Michel Couvreur was a Belgian producer-trader who produced wine in Burgundy from 1951 to 1978. He acquired the cellars of Molet in Bouze-lès-Beaune in 1956, and settled in Scotland in 1964, some years after transferring the seat of his Company in England. He studied the whiskey manufacturing process and in 1971 closed the London office and concentrated on the sale of wines in the Canadian market. In 1978 he registered his company as a whiskey distillery in Scotland and began distillation in 1986. In Edradour. Michel Couvreur was incorporated in 1990 in Old Meldrum, Aberdeenshire.
He specialized in unusual whiskeys produced using artisanal methods, such as Bere Barley, a whiskey named after a variety of low-yielding barley grown in Orkney. Unlike many independent bottlers, Michel Couvreur never specified on the labels of his bottles the distillery where each whiskey was produced.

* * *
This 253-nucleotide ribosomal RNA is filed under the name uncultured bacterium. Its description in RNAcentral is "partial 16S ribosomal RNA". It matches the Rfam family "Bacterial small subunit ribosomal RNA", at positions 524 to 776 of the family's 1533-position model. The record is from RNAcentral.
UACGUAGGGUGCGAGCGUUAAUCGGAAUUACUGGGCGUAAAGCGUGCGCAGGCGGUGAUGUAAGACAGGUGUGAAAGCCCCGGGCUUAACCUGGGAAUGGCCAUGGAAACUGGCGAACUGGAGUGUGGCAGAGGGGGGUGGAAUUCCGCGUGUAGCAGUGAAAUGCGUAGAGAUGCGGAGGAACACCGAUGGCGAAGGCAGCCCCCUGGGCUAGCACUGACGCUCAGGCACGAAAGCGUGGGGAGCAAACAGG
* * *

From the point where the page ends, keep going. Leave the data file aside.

He considered that "90% of the quality of a whiskey comes from the barrel and only 10% of the distillation process". He used bourbon barrels, popularized since the 70s instead of sherry barrels, which were rarer and more expensive, and considered this a: "great tragedy".
He died August 17, 2013 at the age of 85 years. Source (translated): Wikipedia France
A very stylish bottle with a waxed black cork top promises a sophisticated drink.
It shimmers beautifully with a dark and rich colour and it almost feels ominous and ancient due to the "handwritten" label.
The aroma is strong, fruity and peaty. A little of sultanas. Once the initial sting of alcohol clears out the aroma reveals a distinct sweetness. Sugary and rich. Which is a bit contrasting because the taste is not as sweet as the aroma promises, instead yielding and aged, almost dry body. Definitely wooden and generous in complexity and with lots of depth. Definitely smooth.
It finally ends with a medium finish. Not too much going on, leaving a distinct wooden taste on the palate. Almost earthy. And begging the drinker for another sip.